Costa Rica Final Update

August 4, 2018

 Hola de Costa Rica!

It has been a great day in Costa Rica. We started off by leaving the place where we’ve been staying at 6:30 AM with all of our luggage packed and ready to go. With the looming threat of rain that’s happened every day, we got an early start. Upon arrival at La Vina Purral, we met together as a team. We talked about how we should pour ourselves out completely in service to God.

The roof crew got right to work as the Palmares team was welding crossbars. It didn’t take long before sheets started going up on the roof. As that was happening, others were touching up where the rain had affected the paint. Even still, there was some great connection with local people within the church. I went with Rayner to the hardware store to quote some final remaining materials.

Through the morning hours, it seemed like it was going to rain. Clouds formed; clouds passed or went around. We received news that rain was fairly close; it never came. God provided a window of opportunity for the team to get the project moving. Some had been sick or in pain throughout the week. However, today was a day of endurance and accomplishment. It wasn’t by our strength at all, but by God’s. It didn’t make sense how much happened today; it’s because of God. The roof is up! Their new sign out front is up! There are some things left to finish since this turned into a bigger project, but God made the important things happen. This community of believers can now worship God without being rained on!

The Purral neighborhoods are filled with poverty, crime and despair. Yet, this church provides a beacon of light, a picture of God’s grace. The members of the church came out today like they have through the week. They’re invested in the work of improving the building. More importantly, it’s clear that they care about the people they live amongst.

A good amount of the project this week was funded by the Least of These budget from The Vineyard Church. For those who aren’t aware, Least of These is a budget funded by 10% of every dollar that comes in from our building campaign. The median level of income in this church is remarkably low. Earlier in the week, we saw it as people in the community came out to gather materials being thrown out from the demolition of the church. We saw it when we went on prayer walks and encountered individuals with nowhere to go and small houses with a large number of people living in them. We saw it through the number of children that likely never had experienced anything like the kid’s carnival before. This community very much is in the definition of what Jesus described as the least of these.

We made some wonderful friendships with local people in Purral. Even as we were leaving in the bus this evening, we were offered empanadas. Pastor Roy, who leads La Vina Purral, is such a devoted man to people in the community. Through the week, our team used their home to eat meals, rest when needing a break and use the bathroom. One thing that we noticed is that they didn’t have a toilet seat. It wasn’t because they didn’t want one. Pastor Roy and his family focused their priorities outside of themselves, to the point of their discomfort. One of the exciting things our team was able to do is provide them with a toilet seat, which brought applause, happiness and I think I saw a tear.  A toilet seat—I think about that for a moment. When was the last time I was thankful for a toilet seat? And we witnessed that through everything we did. In the things we did for the people, there was so much gratitude.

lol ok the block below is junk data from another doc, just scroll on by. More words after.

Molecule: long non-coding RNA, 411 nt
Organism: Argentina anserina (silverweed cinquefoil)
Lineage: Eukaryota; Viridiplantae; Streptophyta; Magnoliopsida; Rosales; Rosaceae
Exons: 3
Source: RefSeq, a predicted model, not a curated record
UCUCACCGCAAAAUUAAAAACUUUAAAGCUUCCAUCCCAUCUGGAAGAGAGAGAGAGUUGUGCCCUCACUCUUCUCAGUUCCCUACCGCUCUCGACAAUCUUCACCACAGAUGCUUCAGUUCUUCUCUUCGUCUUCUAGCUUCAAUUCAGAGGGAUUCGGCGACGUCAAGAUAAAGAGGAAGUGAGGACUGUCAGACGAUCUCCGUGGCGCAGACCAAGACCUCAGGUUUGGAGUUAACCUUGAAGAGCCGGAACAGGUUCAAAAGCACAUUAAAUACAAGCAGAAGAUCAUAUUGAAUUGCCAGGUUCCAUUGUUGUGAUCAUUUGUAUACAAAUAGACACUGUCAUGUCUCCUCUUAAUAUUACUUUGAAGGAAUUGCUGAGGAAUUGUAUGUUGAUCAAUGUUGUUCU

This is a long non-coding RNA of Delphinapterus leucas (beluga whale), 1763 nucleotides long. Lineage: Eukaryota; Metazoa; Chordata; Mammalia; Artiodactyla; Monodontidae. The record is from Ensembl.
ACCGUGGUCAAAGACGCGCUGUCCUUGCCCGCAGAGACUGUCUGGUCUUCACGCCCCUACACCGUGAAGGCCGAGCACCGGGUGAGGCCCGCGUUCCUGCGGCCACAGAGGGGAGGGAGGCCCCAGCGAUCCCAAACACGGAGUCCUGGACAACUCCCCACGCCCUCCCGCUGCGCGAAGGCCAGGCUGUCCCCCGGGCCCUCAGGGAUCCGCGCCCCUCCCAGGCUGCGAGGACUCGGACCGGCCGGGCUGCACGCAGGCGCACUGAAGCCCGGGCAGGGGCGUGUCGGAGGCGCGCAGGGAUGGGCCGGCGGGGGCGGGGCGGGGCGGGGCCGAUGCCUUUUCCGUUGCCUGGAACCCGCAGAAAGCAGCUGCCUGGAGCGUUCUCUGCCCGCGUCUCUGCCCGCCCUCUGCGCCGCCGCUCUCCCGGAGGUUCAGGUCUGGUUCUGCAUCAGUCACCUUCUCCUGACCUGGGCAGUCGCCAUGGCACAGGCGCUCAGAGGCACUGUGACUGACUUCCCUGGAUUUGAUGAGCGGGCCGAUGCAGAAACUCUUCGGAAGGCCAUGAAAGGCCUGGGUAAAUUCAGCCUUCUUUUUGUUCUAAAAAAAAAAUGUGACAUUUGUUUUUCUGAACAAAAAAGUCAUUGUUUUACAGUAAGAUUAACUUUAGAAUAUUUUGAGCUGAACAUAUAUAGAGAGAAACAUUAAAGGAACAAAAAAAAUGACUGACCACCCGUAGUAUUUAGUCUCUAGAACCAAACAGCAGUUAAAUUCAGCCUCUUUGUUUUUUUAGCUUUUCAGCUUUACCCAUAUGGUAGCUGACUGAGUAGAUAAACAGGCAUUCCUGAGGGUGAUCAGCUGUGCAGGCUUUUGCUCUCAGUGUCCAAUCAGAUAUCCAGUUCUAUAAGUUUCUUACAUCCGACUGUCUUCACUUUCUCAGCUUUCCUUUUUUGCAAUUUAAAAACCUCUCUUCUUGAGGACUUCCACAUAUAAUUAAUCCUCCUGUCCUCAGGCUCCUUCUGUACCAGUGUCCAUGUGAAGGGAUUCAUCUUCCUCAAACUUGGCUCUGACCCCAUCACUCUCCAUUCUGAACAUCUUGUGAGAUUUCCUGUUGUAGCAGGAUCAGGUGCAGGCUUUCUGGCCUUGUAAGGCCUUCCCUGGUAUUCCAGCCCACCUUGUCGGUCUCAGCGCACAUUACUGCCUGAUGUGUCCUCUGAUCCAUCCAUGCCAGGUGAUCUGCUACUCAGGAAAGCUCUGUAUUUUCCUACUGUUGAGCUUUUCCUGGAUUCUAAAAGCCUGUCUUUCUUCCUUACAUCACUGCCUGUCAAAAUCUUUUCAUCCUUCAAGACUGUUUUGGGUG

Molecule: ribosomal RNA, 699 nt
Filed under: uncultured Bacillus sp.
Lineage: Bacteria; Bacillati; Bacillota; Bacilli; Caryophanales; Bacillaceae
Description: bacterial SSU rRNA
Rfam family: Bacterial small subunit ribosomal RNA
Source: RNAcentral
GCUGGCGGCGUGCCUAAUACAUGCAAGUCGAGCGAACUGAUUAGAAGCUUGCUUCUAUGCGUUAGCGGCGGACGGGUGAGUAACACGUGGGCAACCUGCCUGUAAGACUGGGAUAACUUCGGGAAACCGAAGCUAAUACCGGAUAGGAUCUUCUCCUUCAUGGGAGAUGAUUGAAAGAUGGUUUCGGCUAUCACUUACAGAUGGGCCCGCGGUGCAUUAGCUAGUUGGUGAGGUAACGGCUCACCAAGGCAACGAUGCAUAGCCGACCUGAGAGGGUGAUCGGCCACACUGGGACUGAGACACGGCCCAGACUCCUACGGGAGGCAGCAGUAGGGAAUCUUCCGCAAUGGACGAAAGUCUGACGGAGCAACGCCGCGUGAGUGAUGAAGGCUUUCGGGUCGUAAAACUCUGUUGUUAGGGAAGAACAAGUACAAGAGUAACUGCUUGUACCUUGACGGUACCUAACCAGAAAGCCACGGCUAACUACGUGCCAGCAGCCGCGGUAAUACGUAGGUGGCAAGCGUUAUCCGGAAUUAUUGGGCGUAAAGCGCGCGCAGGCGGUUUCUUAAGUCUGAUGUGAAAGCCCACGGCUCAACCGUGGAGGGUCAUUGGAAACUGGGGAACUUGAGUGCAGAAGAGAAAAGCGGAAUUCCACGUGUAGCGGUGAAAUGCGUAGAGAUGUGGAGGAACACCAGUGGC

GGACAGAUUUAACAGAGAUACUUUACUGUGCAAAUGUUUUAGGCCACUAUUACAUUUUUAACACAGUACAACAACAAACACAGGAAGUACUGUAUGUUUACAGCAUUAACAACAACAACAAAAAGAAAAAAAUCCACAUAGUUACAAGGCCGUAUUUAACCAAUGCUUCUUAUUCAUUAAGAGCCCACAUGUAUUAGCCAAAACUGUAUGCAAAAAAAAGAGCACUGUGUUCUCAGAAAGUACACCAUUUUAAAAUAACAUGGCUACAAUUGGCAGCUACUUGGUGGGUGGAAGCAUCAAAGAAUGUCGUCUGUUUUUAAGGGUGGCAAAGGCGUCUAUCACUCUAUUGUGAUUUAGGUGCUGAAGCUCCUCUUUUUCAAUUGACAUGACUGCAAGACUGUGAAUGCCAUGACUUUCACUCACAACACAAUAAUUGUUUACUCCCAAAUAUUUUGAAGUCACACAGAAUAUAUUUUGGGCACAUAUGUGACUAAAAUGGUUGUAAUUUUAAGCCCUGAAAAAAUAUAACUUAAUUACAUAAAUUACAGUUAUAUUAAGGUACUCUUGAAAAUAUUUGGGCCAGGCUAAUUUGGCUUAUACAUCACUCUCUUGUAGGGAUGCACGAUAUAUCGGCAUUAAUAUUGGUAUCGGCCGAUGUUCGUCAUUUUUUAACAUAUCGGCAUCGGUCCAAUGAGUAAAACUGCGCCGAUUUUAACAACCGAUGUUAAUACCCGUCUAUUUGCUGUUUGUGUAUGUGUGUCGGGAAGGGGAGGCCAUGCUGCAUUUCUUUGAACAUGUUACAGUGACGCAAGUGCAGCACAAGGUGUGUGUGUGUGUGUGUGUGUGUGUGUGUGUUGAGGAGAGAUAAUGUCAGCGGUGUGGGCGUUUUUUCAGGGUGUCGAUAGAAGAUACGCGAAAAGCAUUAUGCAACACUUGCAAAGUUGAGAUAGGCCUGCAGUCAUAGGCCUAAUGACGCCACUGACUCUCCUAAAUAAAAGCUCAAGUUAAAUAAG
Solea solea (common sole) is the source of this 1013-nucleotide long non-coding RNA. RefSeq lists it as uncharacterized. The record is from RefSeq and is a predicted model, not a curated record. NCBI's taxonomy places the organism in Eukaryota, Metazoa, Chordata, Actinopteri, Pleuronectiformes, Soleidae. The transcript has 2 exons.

I am so honored to have been part of this team. Each person on the trip had tremendous value to the project and to the relationships we continued and formed. After we left Purral, we came back to Palmares, where we are staying tonight before we travel home. We had dinner with Pastor Elmer and his wife, Rayner and his family, and the Palmares team that was with us. It was another great time around a table, eating great food but having better conversations. This partnership is important to La Vina Costa Rica for the needs we’re able to assist with. However, I think it’s as important to The Vineyard Mishawaka for the wisdom and heart we can gain from them. I’m grateful for all who have traveled this journey along with us and would encourage any readers to consider those around you or in other places. Serving this remarkable God of ours has more reward than one can imagine.

So from Costa Rica, late in the evening before an early morning flight, I say, thank you for whatever support you have provided for this trip, whether it be prayer, emotional or financial. It was a successful and fruitful week.



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